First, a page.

Now we have the problem of how to install from multiple floppies.
cd ~/Experiments/dosbox genisoimage -o lahey-fortran-disk1.iso lahey-fortran/Disk1 genisoimage -o lahey-fortran-disk2.iso lahey-fortran/Disk2 genisoimage -o lahey-graphoria.iso lahey-graphoria dosbox imgmount -t iso \ a \ lahey-fortran-disk1.iso \ lahey-fortran-disk2.iso \ lahey-graphoria.iso mount c ~/Experiments/dosbox/drive-c a: install.exe # Use CTRL-F4 to swap floppies
It looks like we were successfully able to install Lahey F77. The next steps are to try using F77 with Graphoria to compile the original FORTRAN modules.
Looking at the default F77 installation, it looks like Graphoria comes included.
F77L3/LIB/GRAPH3.LIB F77L3/LIB/GRAPH3K.LIB dosbox mount c ~/Experiments/dosbox/drive-c c: autoexec.bat + Put TRANSPAC files on drive-c and mount it
I'm able to compile stuff but it is not generating any executables.
cd f77l3/src f77l3 demo.for 386link demo.obj demo.exe
Just like the Borland compiler, we need the linking step to generate the executable.
Now let's try compiling each program from TRANSPAC.
ls *.FOR -1 ANOISE.FOR CMPCT2.FOR CMPCT.FOR CSPAN.FOR CTEMP.FOR EFIELD.FOR INCL1.FOR INCL2.FOR INCL3.FOR INCL5.FOR LCAP.FOR LPAR.FOR LTRPOLD.FOR LTRPS2.FOR LTRPS.FOR MFIELD.FOR MFLDOLD.FOR MYPLOT.FOR PDSGN2.FOR PDSGN.FOR RNOISE.FOR SSRG.FOR TLEFF.FOR TLOSS.FOR TPLOT2.FOR TPLOT.FOR TRES.FOR + Gather list of FORTRAN programs from TRANSPAC vim compile.bat f77l3 %1.for 386link %1.obj + Write batch file to simplify compilation
+ Try running various sample programs from f77l3 + Compile ANOISE.FOR + Compile CSPAN.FOR + Compile CTEMP.FOR + Compile EFIELD.FOR + Compile LCAP.FOR + Compile LPAR.FOR + Compile LTRPOLD.FOR + Compile MFIELD.FOR + Compile MFLDOLD.FOR + Compile RNOISE.FOR + Compile SSRG.FOR + Compile TLEFF.FOR + Compile TLOSS.FOR + Compile TRES.FOR
I'm still having problems compile the fortran programs that require Graphoria. Let's try putting the Graphoria library files directly in the folder.
mount d ~/Experiments/dosbox/lahey-graphoria d: cd /example3 cd /example4 _ Try to compile graphoria examples
386link tplot.obj -l d:/graph3k.lib vim compile.bat f77l3 %1.for 386link %1.obj -l d:/graph3k.lib + Compile CMPCT2.FOR with Graphoria + Compile CMPCT.FOR with Graphoria _ Compile INCL1.FOR with Graphoria (miscellaneous subroutines) _ Compile INCL2.FOR with Graphoria (miscellaneous subroutines) _ Compile INCL3.FOR with Graphoria (miscellaneous subroutines) _ Compile INCL5.FOR with Graphoria (miscellaneous subroutines) + Compile LTRPS2.FOR with Graphoria + Compile LTRPS.FOR with Graphoria + Compile MYPLOT.FOR with Graphoria + Compile PDSGN2.FOR with Graphoria + Compile PDSGN.FOR with Graphoria + Compile TPLOT2.FOR with Graphoria + Compile TPLOT.FOR with Graphoria + Try to compile each fortran program from TRANSPAC
I successfully compiled each script, but can we run them?
I'm getting an error:
Abort - Weitek co-processor required for execution.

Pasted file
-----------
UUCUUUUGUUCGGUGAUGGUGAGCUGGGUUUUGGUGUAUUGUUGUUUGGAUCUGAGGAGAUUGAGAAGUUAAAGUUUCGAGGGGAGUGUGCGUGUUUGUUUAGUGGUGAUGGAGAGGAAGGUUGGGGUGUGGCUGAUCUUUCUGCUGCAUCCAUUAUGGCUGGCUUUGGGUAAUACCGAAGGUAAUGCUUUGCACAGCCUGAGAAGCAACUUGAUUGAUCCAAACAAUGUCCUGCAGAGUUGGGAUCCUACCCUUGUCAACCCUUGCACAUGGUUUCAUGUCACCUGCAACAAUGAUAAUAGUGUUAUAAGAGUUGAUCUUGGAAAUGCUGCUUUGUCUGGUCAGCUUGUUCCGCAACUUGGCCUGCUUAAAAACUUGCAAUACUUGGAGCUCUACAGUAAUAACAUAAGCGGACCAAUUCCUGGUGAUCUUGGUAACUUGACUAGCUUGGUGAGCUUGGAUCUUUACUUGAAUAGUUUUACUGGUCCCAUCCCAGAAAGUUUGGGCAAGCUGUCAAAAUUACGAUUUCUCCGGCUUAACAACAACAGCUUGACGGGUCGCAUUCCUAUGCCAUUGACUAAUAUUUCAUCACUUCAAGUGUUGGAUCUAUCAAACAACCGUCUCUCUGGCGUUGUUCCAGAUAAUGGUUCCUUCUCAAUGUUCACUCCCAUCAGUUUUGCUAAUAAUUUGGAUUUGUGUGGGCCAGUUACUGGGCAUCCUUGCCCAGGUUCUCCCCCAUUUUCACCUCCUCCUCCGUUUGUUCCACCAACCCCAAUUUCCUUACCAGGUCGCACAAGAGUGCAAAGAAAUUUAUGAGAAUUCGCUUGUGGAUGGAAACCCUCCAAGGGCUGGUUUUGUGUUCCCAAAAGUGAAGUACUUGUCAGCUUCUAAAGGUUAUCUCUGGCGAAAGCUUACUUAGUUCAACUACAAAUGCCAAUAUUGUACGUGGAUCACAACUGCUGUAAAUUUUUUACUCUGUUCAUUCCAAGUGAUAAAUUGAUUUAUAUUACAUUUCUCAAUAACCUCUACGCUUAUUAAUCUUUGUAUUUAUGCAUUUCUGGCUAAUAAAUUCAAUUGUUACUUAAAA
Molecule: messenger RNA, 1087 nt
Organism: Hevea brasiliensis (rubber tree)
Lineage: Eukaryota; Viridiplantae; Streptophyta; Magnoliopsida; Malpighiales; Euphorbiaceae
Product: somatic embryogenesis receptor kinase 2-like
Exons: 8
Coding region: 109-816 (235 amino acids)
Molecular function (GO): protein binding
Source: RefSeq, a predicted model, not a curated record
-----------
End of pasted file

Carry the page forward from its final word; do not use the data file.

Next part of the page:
This must be a compiler specific thing.
Aha, I needed to use graph3.lib instead of graph3k.lib.
vim compile.bat f77l3 %1.for 386link %1.obj -l d:/graph3.lib
Now everything runs.
+ Try compiling the remaining programs using the original Lahey compiler and Graphoria library
mount c ~/Experiments/dosbox/drive-c c: autoexec cd transpac _ AUX1.DAT _ AUX2.DAT _ AUX3.DAT _ AUX4.DAT _ AUX6.DAT _ ELEC1.DAT _ ELEC2.DAT _ ELEC3.DAT _ ELEC.DAT + Try each data file to see which works with TLOSS.FOR
None of the provided data files work with TLOSS.FOR, but I can reconstruct what an example data file should look like by examining the code.
IF(STRNG(1:1) .EQ. 'C') GO TO 1 IF(STRNG(1:1) .EQ. 'E') GO TO 30 IF(STRNG(1:1) .EQ. 'P') THEN L=IPB IPB=IPB+1 NPB=NPB+1 READ(STRNG(2:),*) MCODE,X,Y,MSUB,BSPACE,BV,BC,PH,BNM END IF IF(STRNG(1:1) .EQ. 'S') THEN L=ISB ISB=ISB-1 NSHB=NSHB+1 READ(STRNG(2:),*) MCODE,X,Y,MSUB,BSPACE,BNM BV=0. BC=0. PH=0. END IF
The input data file has the following format:
Subsequent rows can either start with a C (comment), E (end), P (?) or S (?).
READ(STRNG(2:),) MCODE,X,Y,MSUB,BSPACE,BV,BC,PH,BNM READ(STRNG(2:),) MCODE,X,Y,MSUB,BSPACE,BNM
MCODE is the conductor code, which should match a row in CCODE in ELEC.DAT. It is a shortcut way to specify parameters using a lookup table and specifies the type of material used for the bundle subconductors at the point.
Here is good article that describes corona loss and mentions that methods to reduce corona discharge effects include large diameter conductors, hollow conductors and bundled conductors. The article also describes some of the terminology behind bundle spacing and bundle radius.
The difference between a P row and an S row is that voltage, current and phase of the bundle for an S row is assumed to be zero. I'm not really sure what the P and S stand for in English.
+ Understand the columns in a P row and an S row
Alex commented last time that there is a sample data file in the manual.
+ Recreate the a data file from the documentation
The line endings in the data file need to be in dos format.
+ Understand appropriate values for each column in a P row + Run TLOSS.FOR
We successfully ran TLOSS.FOR. Let's do the simplest thing we can do, which is to package the FORTRAN.
+ Figure out how to get a fortran program to take command line arguments